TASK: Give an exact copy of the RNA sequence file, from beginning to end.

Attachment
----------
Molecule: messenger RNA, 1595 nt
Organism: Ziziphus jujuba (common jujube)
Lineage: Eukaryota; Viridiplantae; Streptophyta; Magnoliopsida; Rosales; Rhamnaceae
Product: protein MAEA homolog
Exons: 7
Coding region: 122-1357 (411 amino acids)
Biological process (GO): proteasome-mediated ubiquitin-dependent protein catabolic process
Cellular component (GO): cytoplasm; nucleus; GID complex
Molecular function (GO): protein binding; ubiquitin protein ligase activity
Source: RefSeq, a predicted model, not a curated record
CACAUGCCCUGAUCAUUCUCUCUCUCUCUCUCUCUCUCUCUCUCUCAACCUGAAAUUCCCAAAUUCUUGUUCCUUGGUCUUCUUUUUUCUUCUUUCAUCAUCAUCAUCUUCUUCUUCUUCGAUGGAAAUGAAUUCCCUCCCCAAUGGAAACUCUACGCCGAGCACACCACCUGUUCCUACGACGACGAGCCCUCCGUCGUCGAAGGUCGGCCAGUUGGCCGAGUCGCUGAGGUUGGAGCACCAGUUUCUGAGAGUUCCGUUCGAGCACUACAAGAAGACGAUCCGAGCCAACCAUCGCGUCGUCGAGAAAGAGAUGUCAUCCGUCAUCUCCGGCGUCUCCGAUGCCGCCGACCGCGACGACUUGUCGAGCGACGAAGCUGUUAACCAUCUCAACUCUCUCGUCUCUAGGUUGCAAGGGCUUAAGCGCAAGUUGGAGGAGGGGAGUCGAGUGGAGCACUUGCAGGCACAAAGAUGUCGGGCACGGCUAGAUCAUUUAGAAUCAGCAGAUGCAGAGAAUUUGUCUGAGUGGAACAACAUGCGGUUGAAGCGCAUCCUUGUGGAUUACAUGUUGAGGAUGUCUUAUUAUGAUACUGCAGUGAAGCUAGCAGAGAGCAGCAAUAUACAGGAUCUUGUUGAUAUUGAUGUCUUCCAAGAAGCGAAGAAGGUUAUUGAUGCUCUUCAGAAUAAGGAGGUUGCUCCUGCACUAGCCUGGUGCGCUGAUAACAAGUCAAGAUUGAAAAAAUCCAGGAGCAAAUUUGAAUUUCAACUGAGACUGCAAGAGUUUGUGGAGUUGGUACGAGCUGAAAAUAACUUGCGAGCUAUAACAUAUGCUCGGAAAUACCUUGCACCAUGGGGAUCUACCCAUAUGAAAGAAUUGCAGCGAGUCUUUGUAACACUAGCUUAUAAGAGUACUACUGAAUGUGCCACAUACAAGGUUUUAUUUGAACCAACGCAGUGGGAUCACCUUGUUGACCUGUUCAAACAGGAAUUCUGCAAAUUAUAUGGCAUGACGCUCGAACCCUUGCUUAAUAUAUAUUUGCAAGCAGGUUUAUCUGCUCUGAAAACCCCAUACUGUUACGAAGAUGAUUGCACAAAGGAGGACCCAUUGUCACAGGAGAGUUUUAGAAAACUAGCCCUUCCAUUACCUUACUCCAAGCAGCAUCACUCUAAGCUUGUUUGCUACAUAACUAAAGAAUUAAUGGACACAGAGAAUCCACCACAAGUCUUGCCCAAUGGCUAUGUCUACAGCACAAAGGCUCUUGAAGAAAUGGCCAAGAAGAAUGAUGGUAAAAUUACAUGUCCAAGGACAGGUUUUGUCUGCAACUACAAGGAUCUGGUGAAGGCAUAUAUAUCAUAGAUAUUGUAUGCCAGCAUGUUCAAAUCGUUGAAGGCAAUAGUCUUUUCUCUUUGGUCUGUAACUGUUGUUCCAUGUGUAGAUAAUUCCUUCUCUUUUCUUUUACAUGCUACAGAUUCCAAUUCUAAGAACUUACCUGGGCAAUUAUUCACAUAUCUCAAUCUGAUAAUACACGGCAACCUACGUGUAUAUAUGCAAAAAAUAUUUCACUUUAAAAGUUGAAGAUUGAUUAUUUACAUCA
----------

Molecule: messenger RNA, 1595 nt
Organism: Ziziphus jujuba (common jujube)
Lineage: Eukaryota; Viridiplantae; Streptophyta; Magnoliopsida; Rosales; Rhamnaceae
Product: protein MAEA homolog
Exons: 7
Coding region: 122-1357 (411 amino acids)
Biological process (GO): proteasome-mediated ubiquitin-dependent protein catabolic process
Cellular component (GO): cytoplasm; nucleus; GID complex
Molecular function (GO): protein binding; ubiquitin protein ligase activity
Source: RefSeq, a predicted model, not a curated record
CACAUGCCCUGAUCAUUCUCUCUCUCUCUCUCUCUCUCUCUCUCUCAACCUGAAAUUCCCAAAUUCUUGUUCCUUGGUCUUCUUUUUUCUUCUUUCAUCAUCAUCAUCUUCUUCUUCUUCGAUGGAAAUGAAUUCCCUCCCCAAUGGAAACUCUACGCCGAGCACACCACCUGUUCCUACGACGACGAGCCCUCCGUCGUCGAAGGUCGGCCAGUUGGCCGAGUCGCUGAGGUUGGAGCACCAGUUUCUGAGAGUUCCGUUCGAGCACUACAAGAAGACGAUCCGAGCCAACCAUCGCGUCGUCGAGAAAGAGAUGUCAUCCGUCAUCUCCGGCGUCUCCGAUGCCGCCGACCGCGACGACUUGUCGAGCGACGAAGCUGUUAACCAUCUCAACUCUCUCGUCUCUAGGUUGCAAGGGCUUAAGCGCAAGUUGGAGGAGGGGAGUCGAGUGGAGCACUUGCAGGCACAAAGAUGUCGGGCACGGCUAGAUCAUUUAGAAUCAGCAGAUGCAGAGAAUUUGUCUGAGUGGAACAACAUGCGGUUGAAGCGCAUCCUUGUGGAUUACAUGUUGAGGAUGUCUUAUUAUGAUACUGCAGUGAAGCUAGCAGAGAGCAGCAAUAUACAGGAUCUUGUUGAUAUUGAUGUCUUCCAAGAAGCGAAGAAGGUUAUUGAUGCUCUUCAGAAUAAGGAGGUUGCUCCUGCACUAGCCUGGUGCGCUGAUAACAAGUCAAGAUUGAAAAAAUCCAGGAGCAAAUUUGAAUUUCAACUGAGACUGCAAGAGUUUGUGGAGUUGGUACGAGCUGAAAAUAACUUGCGAGCUAUAACAUAUGCUCGGAAAUACCUUGCACCAUGGGGAUCUACCCAUAUGAAAGAAUUGCAGCGAGUCUUUGUAACACUAGCUUAUAAGAGUACUACUGAAUGUGCCACAUACAAGGUUUUAUUUGAACCAACGCAGUGGGAUCACCUUGUUGACCUGUUCAAACAGGAAUUCUGCAAAUUAUAUGGCAUGACGCUCGAACCCUUGCUUAAUAUAUAUUUGCAAGCAGGUUUAUCUGCUCUGAAAACCCCAUACUGUUACGAAGAUGAUUGCACAAAGGAGGACCCAUUGUCACAGGAGAGUUUUAGAAAACUAGCCCUUCCAUUACCUUACUCCAAGCAGCAUCACUCUAAGCUUGUUUGCUACAUAACUAAAGAAUUAAUGGACACAGAGAAUCCACCACAAGUCUUGCCCAAUGGCUAUGUCUACAGCACAAAGGCUCUUGAAGAAAUGGCCAAGAAGAAUGAUGGUAAAAUUACAUGUCCAAGGACAGGUUUUGUCUGCAACUACAAGGAUCUGGUGAAGGCAUAUAUAUCAUAGAUAUUGUAUGCCAGCAUGUUCAAAUCGUUGAAGGCAAUAGUCUUUUCUCUUUGGUCUGUAACUGUUGUUCCAUGUGUAGAUAAUUCCUUCUCUUUUCUUUUACAUGCUACAGAUUCCAAUUCUAAGAACUUACCUGGGCAAUUAUUCACAUAUCUCAAUCUGAUAAUACACGGCAACCUACGUGUAUAUAUGCAAAAAAUAUUUCACUUUAAAAGUUGAAGAUUGAUUAUUUACAUCA